Geographic origins of the accessions and seed color of each genotype are shown in the sub-figures of Figure 2. The first of these sub-figures shows that almost all of the A. caudatus and A. quitensis accessions were from South America except for PI166045 and PI175039 from India, which were clustered at bootstrap value of 99% with PI553073 and PI642736 from the United States (Figure 2B). This grouping may reflect adaptation to hotter, non-highland environments, since growing conditions in India and the United States would be different from those of highland Argentina, Bolivia, Ecuador, and Peru mostly in terms of temperature and probably photoperiod. The distinctiveness of 8 African accessions of A. cruentus and 11 Asian accessions of A. hypochondriacus, within their respective species and the sub-clusters mentioned above, is also shown in this sub-figure. Meanwhile, the seed color distinctions are evident within these two groups, both having darker colors of light to dark brown seeds, reflective of their dual purpose function as grain and vegetable amaranths. The seed color distinctions in the South American amaranths showed that A. quitensis, grouped at bootstrap values of 83%, have either black or dark brown seed while A. caudatus, in various subgroupings, can be separated by having white/cream, light tan, pink and red colored seed (Figure 2C).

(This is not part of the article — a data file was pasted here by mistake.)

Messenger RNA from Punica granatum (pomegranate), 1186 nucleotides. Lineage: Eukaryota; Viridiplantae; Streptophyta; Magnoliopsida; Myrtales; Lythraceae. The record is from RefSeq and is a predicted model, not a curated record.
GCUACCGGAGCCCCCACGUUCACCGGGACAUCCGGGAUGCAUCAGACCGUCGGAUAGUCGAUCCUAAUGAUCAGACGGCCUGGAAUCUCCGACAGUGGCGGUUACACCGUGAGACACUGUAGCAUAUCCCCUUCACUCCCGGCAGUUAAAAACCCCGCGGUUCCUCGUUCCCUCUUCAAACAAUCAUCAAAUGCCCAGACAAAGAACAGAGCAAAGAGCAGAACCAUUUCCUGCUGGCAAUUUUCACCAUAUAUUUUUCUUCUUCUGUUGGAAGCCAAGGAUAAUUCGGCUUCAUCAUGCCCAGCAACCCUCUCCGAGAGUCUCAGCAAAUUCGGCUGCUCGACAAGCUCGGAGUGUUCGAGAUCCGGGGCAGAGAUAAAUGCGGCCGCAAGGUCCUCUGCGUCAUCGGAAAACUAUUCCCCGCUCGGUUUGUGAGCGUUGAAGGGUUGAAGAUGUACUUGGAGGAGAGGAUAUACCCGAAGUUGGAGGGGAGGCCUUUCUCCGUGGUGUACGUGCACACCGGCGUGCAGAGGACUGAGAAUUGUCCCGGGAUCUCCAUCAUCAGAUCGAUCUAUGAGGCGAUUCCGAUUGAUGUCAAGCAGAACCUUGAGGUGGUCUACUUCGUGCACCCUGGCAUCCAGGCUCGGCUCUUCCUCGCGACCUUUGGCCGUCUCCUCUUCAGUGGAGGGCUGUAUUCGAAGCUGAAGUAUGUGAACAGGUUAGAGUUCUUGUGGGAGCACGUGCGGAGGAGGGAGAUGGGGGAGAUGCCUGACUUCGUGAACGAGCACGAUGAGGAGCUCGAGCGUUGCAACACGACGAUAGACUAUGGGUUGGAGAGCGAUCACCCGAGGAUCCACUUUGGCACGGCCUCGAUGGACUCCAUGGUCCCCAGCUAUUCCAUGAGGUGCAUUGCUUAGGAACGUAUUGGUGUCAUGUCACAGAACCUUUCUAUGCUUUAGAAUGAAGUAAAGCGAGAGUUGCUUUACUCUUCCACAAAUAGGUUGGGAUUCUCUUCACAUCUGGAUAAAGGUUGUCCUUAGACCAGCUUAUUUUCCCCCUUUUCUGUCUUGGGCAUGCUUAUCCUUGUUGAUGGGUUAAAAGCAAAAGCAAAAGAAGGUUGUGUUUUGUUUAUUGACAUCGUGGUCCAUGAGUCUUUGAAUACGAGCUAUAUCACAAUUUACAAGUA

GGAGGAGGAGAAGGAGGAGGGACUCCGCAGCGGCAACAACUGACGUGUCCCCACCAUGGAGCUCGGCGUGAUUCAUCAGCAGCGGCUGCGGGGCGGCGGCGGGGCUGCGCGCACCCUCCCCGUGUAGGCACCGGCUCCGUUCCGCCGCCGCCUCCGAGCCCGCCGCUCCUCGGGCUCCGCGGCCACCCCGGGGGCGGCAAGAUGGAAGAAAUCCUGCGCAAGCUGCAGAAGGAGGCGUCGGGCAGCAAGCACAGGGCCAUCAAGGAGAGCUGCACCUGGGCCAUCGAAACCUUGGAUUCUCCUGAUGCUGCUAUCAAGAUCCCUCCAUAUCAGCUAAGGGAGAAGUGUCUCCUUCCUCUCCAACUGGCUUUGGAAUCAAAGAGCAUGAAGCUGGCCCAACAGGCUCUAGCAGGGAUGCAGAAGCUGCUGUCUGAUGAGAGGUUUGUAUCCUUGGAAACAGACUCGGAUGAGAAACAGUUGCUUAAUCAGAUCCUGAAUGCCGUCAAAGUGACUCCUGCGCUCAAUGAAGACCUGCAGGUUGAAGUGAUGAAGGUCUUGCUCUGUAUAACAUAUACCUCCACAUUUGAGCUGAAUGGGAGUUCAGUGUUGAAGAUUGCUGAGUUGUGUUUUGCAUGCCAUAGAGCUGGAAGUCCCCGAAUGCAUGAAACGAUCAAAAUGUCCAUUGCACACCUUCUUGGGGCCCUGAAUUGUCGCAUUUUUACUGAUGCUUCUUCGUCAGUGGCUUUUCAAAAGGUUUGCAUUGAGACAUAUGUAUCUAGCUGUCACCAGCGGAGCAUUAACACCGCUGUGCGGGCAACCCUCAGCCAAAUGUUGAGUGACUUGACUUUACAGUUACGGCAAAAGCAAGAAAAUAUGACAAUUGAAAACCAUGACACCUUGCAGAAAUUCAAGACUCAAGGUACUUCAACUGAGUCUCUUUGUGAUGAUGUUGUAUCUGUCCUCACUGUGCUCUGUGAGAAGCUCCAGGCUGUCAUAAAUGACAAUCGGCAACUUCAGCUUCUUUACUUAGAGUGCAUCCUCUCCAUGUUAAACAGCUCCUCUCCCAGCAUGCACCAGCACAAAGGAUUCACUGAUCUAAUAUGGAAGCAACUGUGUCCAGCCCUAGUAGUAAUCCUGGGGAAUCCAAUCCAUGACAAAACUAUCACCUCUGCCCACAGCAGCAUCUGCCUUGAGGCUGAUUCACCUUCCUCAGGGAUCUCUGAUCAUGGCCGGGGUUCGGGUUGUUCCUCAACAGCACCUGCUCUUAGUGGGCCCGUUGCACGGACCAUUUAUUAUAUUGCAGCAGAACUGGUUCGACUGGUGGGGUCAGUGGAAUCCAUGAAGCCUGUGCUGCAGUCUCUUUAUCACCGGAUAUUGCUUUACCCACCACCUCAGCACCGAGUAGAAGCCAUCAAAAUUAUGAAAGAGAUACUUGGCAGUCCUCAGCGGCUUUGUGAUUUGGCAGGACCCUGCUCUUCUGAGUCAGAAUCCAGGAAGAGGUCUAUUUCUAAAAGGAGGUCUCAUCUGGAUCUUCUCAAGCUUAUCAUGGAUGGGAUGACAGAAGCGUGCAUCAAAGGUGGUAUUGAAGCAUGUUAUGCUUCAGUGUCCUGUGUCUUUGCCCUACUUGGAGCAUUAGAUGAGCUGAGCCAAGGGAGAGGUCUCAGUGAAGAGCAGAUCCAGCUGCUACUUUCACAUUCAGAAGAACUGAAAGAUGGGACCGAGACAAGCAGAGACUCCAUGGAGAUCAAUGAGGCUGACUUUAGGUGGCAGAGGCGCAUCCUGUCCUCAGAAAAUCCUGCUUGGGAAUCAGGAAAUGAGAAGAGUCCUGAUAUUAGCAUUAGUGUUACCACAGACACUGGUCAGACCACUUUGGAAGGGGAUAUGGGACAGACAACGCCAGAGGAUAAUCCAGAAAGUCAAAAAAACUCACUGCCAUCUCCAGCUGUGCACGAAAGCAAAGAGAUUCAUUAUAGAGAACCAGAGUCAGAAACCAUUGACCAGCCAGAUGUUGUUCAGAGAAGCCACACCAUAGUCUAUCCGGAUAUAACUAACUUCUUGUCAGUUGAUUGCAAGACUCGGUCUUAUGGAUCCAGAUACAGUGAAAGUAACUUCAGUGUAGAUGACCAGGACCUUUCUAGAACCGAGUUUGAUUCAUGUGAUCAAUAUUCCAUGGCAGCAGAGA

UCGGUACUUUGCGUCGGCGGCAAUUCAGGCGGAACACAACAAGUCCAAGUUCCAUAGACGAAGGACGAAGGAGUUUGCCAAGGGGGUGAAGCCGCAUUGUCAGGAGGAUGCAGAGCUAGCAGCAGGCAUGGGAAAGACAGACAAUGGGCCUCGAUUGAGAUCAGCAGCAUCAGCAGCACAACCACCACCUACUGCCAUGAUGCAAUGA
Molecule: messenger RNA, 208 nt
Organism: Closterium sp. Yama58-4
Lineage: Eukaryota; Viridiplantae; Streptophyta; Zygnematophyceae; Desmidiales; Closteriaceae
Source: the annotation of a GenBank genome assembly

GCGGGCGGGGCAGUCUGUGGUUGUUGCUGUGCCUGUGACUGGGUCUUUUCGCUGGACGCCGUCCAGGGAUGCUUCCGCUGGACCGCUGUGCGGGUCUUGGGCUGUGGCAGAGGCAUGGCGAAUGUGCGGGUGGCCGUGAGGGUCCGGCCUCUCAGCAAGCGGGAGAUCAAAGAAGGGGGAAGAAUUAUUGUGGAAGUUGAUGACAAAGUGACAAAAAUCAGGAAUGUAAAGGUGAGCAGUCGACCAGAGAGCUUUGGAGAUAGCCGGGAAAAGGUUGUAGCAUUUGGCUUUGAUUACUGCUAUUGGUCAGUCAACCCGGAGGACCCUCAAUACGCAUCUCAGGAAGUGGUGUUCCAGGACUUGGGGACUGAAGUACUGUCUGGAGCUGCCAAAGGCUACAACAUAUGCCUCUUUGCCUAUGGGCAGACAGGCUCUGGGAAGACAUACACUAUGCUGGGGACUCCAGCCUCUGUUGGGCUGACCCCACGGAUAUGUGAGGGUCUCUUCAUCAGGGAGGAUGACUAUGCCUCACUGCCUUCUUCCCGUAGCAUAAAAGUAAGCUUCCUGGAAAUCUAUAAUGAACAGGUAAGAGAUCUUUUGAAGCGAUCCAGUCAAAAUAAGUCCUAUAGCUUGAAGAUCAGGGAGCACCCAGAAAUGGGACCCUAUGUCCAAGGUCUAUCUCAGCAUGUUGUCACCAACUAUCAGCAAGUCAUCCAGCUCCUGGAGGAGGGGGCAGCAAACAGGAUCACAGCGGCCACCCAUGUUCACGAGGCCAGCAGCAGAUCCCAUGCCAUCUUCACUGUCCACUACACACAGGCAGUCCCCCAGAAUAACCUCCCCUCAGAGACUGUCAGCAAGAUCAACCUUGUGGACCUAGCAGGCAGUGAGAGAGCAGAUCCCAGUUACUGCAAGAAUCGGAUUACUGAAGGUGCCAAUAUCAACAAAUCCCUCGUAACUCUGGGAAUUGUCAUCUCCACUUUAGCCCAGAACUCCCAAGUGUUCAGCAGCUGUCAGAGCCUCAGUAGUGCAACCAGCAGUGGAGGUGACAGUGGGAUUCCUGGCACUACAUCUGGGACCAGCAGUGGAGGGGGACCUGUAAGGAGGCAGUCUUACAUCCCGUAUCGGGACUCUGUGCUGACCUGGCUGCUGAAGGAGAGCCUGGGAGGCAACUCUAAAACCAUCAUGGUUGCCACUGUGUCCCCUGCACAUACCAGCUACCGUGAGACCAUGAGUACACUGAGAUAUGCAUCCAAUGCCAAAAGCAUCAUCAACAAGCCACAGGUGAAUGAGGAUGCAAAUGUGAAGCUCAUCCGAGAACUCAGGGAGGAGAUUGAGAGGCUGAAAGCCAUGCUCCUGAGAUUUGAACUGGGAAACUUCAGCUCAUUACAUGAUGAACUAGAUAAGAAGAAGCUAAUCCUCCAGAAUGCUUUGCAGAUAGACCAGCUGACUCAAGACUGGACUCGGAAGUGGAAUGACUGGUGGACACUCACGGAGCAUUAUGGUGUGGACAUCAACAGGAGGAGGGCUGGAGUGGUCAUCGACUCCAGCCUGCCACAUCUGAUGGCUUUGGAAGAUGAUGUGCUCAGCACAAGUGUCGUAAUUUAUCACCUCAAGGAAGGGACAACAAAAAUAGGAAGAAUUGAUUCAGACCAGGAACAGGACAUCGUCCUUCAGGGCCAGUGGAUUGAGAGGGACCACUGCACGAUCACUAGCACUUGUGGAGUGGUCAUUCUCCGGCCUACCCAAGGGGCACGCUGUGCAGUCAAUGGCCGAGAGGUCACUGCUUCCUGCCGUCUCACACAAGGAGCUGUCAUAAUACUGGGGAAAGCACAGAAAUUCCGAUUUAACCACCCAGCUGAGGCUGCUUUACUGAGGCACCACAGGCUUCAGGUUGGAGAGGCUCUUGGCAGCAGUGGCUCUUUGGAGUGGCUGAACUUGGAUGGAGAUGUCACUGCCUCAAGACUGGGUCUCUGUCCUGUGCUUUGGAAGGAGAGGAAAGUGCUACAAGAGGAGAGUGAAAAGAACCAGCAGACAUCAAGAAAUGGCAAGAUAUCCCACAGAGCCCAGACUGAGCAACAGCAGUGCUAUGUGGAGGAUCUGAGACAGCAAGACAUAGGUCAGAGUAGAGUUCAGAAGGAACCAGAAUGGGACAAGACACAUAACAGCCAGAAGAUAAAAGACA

In the PCoA (Figure 3), the main axis of PCoA1 separated South American originating species from North American originating ones with A. caudatus and A. quitensis clustered tightly together showing little dispersal from a centroid for both species and therefore little diversity either between these two species or among them.

Meanwhile, PCoA2 and PCoA3 axes separated A. cruentus and A. hypochondriacus and showed high dispersal and high diversity within each species and across the two species when considered together, showing that some overlap may explain the inter-specific admixtures seen in the population structure described above.